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Monday, August 4, 2014

Wimbledon Champion Rubin Tested in Second Round; Riffice Survives Under the Lights in 16s Action at Kalamazoo Nationals

©Colette Lewis 2014--
Kalamazoo, MI--

Wimbledon champion Noah Rubin wasn't surprised when Martin Joyce stayed with him stroke for stroke in their second round match Monday afternoon at Stowe Stadium, with the No. 3 seed eventually claiming a 7-6(5), 6-4 victory.

"Everybody's going to play well against me," said the 18-year-old New Yorker. "The top five to eight seeds, everybody's going to gun. Stefan (Kozlov) and I have Wimbledon under our belts, Collin (Altamirano) is the defending champ, so people are going to gun."

Rubin was impressed by the pace on the serve of the 17-year-old from Illinois, who recently committed to Ohio State for 2015.

"Given that he doesn't have the smallest serve in the tournament, yeah, this kid had an interesting serve," said Rubin. "I didn't know it was going to be like that."

Joyce also moved forward and played aggressively throughout the first set, committing very few unforced errors, and soon erased Rubin's 3-0 lead in the opening set.  Those two breaks were it in the first set, leading to the tiebreaker, which Rubin dominated, taking a 6-2 lead.  He lost the first set point on his serve and the next two on Joyce's, but he ended any comeback thoughts by holding serve on the fourth set point.

"It would have made my life easier if I had kept that going at 3-0, but you can't," Rubin said. "It's Kalamazoo, you can't make your life easy here. There were a couple of close calls that I got a little upset about, but in the tiebreaker, I felt I played very well, I stepped up and I was focused for the second set, because I wasn't going to let it go to a tiebreaker again."

Rubin got the only break he need with Joyce serving at 2-all in the second and held on for the victory.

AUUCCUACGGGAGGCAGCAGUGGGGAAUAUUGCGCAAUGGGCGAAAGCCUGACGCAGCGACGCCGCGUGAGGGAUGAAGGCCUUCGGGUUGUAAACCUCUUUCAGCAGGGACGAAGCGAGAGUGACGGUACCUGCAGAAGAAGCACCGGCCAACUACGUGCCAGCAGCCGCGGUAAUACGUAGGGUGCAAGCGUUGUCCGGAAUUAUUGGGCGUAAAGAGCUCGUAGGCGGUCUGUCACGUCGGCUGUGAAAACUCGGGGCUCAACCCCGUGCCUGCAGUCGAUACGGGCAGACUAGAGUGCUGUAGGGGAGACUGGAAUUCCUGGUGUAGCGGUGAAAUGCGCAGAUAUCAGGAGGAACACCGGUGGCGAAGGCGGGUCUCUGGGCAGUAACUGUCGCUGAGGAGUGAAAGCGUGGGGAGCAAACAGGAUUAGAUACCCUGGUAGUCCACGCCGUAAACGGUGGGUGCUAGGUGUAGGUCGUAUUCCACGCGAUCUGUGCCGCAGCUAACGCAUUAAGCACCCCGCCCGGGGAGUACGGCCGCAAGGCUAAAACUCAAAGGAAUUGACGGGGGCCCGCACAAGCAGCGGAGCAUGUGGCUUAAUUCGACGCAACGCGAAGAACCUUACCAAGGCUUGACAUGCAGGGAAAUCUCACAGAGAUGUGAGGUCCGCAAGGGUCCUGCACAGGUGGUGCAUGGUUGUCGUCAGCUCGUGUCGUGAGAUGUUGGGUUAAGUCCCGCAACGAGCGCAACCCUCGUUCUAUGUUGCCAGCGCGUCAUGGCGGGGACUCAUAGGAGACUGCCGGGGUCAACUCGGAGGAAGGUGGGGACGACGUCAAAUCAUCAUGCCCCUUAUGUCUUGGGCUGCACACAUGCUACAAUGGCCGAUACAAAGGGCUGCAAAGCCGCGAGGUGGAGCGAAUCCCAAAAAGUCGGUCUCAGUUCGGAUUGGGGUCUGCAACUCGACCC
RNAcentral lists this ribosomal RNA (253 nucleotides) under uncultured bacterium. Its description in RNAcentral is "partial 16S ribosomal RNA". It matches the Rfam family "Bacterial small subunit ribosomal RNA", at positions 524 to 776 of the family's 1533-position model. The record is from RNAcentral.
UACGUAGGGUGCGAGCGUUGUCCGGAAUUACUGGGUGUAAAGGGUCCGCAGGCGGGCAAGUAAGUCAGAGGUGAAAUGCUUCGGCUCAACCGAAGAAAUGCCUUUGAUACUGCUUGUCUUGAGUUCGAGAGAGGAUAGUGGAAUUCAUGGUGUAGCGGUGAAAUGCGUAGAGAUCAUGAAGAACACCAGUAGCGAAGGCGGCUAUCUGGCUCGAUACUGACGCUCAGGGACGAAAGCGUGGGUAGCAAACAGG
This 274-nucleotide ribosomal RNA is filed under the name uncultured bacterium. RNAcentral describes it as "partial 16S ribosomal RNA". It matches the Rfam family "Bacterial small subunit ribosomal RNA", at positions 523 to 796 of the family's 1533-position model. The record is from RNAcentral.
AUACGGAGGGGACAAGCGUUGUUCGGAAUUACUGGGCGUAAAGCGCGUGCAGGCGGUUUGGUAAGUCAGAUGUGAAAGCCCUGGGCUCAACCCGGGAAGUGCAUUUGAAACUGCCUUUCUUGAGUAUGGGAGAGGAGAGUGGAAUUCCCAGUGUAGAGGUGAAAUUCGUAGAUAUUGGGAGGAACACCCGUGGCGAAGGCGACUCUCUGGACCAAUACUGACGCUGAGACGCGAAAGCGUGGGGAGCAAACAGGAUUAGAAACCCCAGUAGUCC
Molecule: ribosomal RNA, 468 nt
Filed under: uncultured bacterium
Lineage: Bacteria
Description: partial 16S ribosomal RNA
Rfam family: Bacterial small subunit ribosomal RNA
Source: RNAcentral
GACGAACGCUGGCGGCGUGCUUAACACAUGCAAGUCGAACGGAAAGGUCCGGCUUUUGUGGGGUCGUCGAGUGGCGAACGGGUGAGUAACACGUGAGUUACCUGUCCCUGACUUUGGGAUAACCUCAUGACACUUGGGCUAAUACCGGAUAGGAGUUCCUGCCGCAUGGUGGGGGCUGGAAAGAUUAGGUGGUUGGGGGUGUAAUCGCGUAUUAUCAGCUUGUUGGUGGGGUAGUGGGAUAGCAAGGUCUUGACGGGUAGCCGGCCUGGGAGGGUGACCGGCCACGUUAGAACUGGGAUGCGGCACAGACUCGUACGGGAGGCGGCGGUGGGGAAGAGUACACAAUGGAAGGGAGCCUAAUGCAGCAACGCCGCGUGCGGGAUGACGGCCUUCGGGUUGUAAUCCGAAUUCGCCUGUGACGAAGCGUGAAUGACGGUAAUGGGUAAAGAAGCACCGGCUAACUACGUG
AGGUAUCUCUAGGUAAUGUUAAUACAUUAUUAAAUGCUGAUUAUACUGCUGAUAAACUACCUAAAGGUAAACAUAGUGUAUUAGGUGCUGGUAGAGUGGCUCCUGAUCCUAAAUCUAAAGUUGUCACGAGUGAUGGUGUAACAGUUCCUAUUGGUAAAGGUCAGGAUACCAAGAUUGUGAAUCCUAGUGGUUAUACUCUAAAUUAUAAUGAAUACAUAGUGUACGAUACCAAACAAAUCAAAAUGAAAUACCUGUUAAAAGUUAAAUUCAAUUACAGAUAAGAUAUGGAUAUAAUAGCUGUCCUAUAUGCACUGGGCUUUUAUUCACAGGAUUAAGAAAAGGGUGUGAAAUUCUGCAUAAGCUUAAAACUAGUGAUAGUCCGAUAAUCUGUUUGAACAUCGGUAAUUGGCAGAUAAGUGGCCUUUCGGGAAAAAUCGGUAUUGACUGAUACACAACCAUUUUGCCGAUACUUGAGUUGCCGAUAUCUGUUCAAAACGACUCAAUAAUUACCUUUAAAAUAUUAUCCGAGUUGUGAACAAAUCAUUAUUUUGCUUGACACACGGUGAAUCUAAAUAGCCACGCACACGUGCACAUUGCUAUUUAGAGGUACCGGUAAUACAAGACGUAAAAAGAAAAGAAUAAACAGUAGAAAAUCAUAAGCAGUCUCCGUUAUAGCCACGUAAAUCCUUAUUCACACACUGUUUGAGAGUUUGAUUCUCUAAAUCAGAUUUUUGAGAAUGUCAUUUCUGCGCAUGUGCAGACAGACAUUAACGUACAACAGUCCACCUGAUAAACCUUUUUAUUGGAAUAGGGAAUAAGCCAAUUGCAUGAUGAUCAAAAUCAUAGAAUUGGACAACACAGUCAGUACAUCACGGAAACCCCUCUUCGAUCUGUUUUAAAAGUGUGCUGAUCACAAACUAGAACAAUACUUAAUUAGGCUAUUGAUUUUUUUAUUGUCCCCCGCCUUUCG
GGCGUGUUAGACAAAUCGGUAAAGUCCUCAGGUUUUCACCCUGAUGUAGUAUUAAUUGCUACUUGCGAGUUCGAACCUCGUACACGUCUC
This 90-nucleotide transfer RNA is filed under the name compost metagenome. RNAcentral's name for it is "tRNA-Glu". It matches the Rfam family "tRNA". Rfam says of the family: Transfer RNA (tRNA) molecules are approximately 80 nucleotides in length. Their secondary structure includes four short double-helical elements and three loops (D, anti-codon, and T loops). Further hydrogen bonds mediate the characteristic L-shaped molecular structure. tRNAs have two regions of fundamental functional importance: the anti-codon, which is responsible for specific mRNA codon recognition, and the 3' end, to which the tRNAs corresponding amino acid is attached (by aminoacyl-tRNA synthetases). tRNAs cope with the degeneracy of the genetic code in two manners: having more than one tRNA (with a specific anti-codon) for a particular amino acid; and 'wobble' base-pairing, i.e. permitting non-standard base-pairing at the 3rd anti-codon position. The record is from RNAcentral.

Rubin said having a tough match early in a tournament is good, "but this tough, I'm not so sure," he joked.  "No, it's definitely good, because you don't want the early rounds to be too easy and get to the quarters and be like, wow, where was this? I'm ready for every match and there's five more to go, but you have to look at every point. Anything could have happened in this match. He's a very good player, a big serve, so I'm just happy I got through it."

Upsets were few in the 18s division Monday, with the top 11 seeds advancing to Tuesday's third round, including No. 1 Jared Donaldson, a 6-2, 6-3 winner over Jonathan Deautriell and No. 2 seed Ernesto Escobedo a 6-1, 6-2 winner over Kenneth Boykin.  Only two seeds lost, with No. 12 seed and 2012 16s champion Henrik Wiersholm falling to Logan Staggs 6-2, 7-6(4), and No. 32 seed Korey Lovett eliminated by JT Nishimura 6-3, 6-2.

In the 16s, only two seeds were beaten in the second round.  Qualifier Jackson Suh defeated No. 25 Timothy Sah 6-3, 7-5 and Oliver Crawford downed No. 24 seed JJ Wolf 6-3, 2-6, 6-4.

Top seed John McNally, who played his opening round match at Western Michigan and his second round match on Court 5, defeated Kaden Funk 6-3, 6-4, yet was not particularly pleased with his performance.

"I was super nervous," said the 15-year-old from Cincinnati, Ohio. "I didn't play my game at all.  He played well, but I didn't play that well. I was tight, and hopefully I'll get looser as the tournament goes on."